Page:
Owls (ne'ecdja') (H) are not differentiated very carefully in the literature, although they certainly are by the Navaho. According to Matthews, Eye Killers became poorwills (xo'cdodi'), which are said to sleep in the daytime and to come out at night to make things beautiful and the earth happy.
As Talking God left a council of Utes considering the fate of the hero of the Mountain Chant, Poorwill flew through the smokehole, circled around the tent four times, and flew out. Then the Utes began to nod and fell asleep.
Kicking Monster's children became various owls.
nike'ni, which YL identified as pygmy owl, is said to travel along the sides of the canyon.
nike'nl bitsili, pygmy owl's 'younger brother,' lives in brushy places.
na'ki' do'lyoci' (ceremonial name), 'nighthawk,' lives in gulleys.
tsidi' ldo hi, 'screechowi ' or 'elf owl,' is found in treetops. Matthews gives a pretty description of Screechowl (tsidi'ldohi):
met a short man who wore a skin-tight coat that was white on the chest and under
the arms, and brown like the skin of a deer elsewhere. The bird does not fly
off but sits and looks at a person, moving its head in every direction. It is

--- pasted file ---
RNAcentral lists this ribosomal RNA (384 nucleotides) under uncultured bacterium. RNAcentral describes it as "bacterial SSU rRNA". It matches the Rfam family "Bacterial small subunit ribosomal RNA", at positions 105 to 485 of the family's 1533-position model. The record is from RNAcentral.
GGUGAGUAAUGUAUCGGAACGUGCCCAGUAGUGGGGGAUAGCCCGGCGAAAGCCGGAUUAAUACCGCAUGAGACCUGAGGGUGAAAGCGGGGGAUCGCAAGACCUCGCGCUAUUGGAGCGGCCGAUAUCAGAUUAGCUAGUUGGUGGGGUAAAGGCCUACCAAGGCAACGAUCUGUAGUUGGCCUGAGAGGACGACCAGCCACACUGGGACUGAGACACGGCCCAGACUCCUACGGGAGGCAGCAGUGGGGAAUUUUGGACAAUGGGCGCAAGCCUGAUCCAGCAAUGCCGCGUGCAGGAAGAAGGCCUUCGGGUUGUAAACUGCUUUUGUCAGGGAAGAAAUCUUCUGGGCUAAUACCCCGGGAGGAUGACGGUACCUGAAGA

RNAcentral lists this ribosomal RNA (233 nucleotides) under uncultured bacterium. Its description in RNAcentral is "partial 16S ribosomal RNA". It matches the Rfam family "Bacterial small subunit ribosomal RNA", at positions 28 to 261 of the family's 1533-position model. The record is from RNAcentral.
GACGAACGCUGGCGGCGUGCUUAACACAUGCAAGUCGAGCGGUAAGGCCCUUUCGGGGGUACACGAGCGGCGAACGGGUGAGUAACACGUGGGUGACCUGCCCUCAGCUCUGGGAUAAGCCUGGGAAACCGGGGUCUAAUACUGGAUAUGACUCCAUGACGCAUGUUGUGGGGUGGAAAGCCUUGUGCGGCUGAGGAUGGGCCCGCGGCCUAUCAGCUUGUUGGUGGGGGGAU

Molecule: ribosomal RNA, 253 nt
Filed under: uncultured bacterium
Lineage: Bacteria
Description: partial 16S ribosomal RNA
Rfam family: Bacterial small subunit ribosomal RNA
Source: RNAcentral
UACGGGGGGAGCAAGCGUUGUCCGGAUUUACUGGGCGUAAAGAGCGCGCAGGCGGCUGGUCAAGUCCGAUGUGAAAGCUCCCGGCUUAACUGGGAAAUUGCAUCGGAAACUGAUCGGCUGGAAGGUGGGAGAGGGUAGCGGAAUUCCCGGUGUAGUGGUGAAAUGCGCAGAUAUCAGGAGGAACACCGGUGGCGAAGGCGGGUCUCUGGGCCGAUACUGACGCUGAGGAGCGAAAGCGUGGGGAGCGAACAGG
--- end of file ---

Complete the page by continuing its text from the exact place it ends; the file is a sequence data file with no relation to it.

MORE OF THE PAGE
associated with deer.
Owls of one kind or another give information and ceremonial properties:
to the hero of the Night Chant and told him the formula for incense, which the
Navajo Religion, Vol II; Gladys A. Reichard, 1950
Owl: The Owl is a sacred, yet contradictory, bird in Native American mythology. In Kwakiutl myth, when this creature calls, it means someone is going to die. As messenger of death, the owl is not evil, but it can be foreboding. In the Pueblos along the Rio Grande in New Mexico, the owl is definitely a bird of dark omen. In the legendary moccasin game of the Navajo, the old stories tell of how Owl tried to hide the pebble under his wing to ensure that it would always be night. He was, however, caught cheating, and that is why night and day are divided equally. Pg. 198
The Gift of the Gila Monster, Navajo Ceremonial Tales; 1993, Gerald Hausman.